Mobilization: Strong sand storms often
occur in the Sahara. If they occur in certain, so-called source
regions, aerosol particles can be suspended by "soil creep"
and "saltation" into the atmospheric boundary later located
directly above the ground. In the case of "soil creep"
large grains of sand are blown by the wind over the desert ground.
When the wind is strong enough single grains can be raised in the
air and move a bit further. These large and heavy grains fall back
to the ground as if they just have jumped. Thereby they destroy
agglomerates of other grains and fine particles on the ground. During
a strong sand storm there is often a huge layer of several meters
high consisting of turbulent swirling and saltating grains of sand,
so that the process of soil creep and saltation finally acts like
a sandblast with immense erosion power. The swirling grains of sand
are too large to be transported far away or up to high levels. But
because agglomerates are destroyed by the "sandblast"
aerosol particles are formed (i.e. "mobilized") which
have a size smaller than few micrometers down to the submicron range.
Their sedimentation velocities are small enough that the particles
are suitable for the so-called "long range transport".
Europe.jpg shows a long range transport event that occurred in 2001. Here the aerosol was finally detected in Northern Europe. The haziness of the atmosphere above France as well as in its north-eastern direction and the English Channel can be clearly noticed. The aerosol particles often pass also the Alps. There the airborne particles can be deposited as yellow, fine, dry precipitation. Or the particles can be washed out from the atmosphere by rain. In 2003 aerosol particles from the Chinese Taklamantan desert was finally found in the snow of the Alps. This event includes a transport range of 20 000 km passing the Pacific Ocean, North America and the Atlantic Ocean within approximately fourteen days.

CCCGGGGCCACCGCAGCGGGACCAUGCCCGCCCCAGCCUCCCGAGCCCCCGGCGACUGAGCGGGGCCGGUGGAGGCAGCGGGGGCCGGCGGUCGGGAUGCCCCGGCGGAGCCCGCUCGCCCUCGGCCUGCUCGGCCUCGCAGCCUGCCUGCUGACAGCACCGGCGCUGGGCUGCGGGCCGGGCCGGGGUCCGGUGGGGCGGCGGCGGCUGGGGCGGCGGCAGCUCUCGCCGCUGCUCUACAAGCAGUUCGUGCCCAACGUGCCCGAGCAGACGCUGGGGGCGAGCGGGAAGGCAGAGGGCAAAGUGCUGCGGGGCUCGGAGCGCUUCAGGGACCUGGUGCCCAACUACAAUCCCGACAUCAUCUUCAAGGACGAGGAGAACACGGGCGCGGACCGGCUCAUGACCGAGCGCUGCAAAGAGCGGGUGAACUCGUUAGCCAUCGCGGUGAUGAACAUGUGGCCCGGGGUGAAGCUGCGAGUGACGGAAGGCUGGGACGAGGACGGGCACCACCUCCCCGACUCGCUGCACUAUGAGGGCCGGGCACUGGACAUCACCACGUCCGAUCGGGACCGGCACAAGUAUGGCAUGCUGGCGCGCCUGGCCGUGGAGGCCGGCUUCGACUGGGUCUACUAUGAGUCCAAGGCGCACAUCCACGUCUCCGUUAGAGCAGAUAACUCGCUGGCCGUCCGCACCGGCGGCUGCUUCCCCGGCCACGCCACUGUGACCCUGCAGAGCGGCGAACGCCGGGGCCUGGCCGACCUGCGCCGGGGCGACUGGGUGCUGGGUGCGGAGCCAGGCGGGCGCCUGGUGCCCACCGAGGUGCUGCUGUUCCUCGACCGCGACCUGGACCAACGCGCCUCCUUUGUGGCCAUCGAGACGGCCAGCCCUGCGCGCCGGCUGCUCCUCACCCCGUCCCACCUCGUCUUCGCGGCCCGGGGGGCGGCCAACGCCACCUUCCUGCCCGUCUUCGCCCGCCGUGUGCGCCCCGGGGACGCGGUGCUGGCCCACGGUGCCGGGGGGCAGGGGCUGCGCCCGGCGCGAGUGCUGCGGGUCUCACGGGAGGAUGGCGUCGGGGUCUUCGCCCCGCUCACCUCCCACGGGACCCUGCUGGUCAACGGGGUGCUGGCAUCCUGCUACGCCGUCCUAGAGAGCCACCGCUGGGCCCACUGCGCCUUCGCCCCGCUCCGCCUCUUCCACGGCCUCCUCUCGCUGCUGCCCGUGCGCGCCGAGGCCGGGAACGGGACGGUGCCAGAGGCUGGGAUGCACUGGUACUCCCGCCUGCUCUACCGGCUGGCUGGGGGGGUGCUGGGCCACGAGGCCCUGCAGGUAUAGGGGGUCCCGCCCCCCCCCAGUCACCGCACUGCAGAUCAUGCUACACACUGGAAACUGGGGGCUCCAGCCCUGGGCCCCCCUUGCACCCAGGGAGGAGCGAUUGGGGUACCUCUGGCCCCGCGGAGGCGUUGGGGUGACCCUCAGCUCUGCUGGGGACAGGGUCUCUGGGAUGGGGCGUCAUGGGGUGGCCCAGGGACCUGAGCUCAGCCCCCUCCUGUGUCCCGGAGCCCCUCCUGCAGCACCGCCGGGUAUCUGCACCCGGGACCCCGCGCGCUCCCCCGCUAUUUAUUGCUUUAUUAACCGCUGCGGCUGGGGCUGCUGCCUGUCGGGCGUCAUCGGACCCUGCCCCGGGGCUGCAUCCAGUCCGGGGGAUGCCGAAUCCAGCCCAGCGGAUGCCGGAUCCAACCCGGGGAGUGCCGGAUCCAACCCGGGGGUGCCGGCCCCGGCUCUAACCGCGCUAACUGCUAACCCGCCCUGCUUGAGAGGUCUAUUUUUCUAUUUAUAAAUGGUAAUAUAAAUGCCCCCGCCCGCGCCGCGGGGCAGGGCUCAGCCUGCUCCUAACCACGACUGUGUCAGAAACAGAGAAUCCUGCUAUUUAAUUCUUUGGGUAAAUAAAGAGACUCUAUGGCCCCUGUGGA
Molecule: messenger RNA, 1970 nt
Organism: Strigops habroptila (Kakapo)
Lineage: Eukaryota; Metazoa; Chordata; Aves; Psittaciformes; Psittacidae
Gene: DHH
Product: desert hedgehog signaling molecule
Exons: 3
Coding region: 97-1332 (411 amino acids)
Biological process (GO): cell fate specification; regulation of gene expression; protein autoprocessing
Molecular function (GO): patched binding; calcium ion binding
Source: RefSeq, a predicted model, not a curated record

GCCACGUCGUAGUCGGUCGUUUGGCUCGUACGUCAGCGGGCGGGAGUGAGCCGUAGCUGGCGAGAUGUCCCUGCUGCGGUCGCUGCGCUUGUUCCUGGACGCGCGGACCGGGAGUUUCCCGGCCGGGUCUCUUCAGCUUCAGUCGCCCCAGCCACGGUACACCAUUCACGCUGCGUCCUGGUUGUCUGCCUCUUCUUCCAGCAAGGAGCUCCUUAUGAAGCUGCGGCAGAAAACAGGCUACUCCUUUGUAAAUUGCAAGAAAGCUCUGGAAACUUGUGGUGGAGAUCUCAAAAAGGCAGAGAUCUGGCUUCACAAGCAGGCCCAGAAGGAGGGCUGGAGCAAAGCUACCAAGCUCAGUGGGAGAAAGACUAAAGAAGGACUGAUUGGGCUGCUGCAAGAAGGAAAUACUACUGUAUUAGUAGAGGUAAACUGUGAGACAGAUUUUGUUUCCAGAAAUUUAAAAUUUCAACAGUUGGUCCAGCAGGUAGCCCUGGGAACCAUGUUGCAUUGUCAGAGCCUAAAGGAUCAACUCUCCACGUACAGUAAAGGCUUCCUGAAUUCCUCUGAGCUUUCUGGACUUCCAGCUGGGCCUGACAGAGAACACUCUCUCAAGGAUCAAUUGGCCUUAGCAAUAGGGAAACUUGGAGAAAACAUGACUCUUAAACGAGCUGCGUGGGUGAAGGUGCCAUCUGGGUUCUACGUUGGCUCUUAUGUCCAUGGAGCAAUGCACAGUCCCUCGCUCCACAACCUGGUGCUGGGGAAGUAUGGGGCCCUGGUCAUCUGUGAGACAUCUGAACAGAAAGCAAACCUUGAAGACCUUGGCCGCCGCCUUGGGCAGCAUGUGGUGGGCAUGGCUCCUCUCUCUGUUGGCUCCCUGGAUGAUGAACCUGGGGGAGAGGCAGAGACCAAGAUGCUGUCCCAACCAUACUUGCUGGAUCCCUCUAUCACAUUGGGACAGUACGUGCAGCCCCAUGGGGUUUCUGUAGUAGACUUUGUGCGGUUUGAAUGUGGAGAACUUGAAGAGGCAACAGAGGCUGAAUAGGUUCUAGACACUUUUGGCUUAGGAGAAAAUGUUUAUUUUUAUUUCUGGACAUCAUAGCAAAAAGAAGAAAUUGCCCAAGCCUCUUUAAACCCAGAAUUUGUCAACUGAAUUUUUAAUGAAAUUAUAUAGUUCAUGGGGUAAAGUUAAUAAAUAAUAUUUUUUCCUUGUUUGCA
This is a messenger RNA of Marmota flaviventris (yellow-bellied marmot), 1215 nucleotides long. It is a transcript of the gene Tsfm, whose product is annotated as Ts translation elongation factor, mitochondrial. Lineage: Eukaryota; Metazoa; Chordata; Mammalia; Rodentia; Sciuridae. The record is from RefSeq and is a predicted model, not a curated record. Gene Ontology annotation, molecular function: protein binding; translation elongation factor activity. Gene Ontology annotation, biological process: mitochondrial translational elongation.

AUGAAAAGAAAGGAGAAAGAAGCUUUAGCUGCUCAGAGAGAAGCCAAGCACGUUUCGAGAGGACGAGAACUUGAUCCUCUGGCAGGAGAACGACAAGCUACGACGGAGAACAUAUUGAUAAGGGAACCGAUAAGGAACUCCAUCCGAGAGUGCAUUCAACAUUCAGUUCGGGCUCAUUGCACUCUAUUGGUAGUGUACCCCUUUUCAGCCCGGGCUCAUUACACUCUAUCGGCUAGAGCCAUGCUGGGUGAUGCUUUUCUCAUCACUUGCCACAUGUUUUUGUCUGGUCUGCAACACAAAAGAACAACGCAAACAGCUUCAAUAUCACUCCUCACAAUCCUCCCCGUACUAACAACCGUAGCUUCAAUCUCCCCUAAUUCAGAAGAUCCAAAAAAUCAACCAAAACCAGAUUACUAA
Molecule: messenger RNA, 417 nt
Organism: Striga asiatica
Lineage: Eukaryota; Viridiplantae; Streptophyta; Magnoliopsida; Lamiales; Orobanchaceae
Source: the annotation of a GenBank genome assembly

DustStorm3+4.jpg were taken from the American Seawifs satellite.
The aerosol particles derived from a sand storm in the Sahara and
were lifted by the warm thermal updraft up to altitudes of 4500
meters. Within a few days the particle cloud extended over the Canaries
to the Azores.
Effects: All in all deserts globally produce around 2 billion tons of dust. Approximately 80 % derive from the deserts Gobi, Sahara and Taklamatan. The desert dust plumes absorb shortwave radiation of the sun and - depending on their optical thickness - can lead to heating inside the dust layer. On the other hand they also reflect sun-light into space. Due to the loss by absorption and reflection the earth surface beneath the dust layer gets less sun-light. Hence there might be minor, locally and temporally limited cooling.
Recently it is assumed that so-called heterogeneous chemical reactions
take place at the surface of the dust particles which destroy ozone.
Furthermore it is known that the deposited desert dust has a fertilizing
effect on the environment. For example minerals - mostly phosphates
and iron - are imported that way. Sahara dust events over the Eastern
Atlantic Ocean often coincide with plankton blooming in this area.
It is assumed that the constituents of the dust particles might
have a positive influence on the African rainforests, too. This
might be also the case for the plants living in the Amazon basin
which can extract nutrients from the deposited dust. However, strong
dust precipitation can pollute corals of the Caribbean and inhibit
their growth. Plankton blooms deriving from Sahara dust fertilization
can also lead to algae growth which again inhibits the growth of
the corals. The iron-containing soils on some of the West Indies
have formed as a consequence of long-time accumulation of Saharan
Dust. All in all the airborne desert dust is related to a lot of
physical, chemical and biological mechanisms.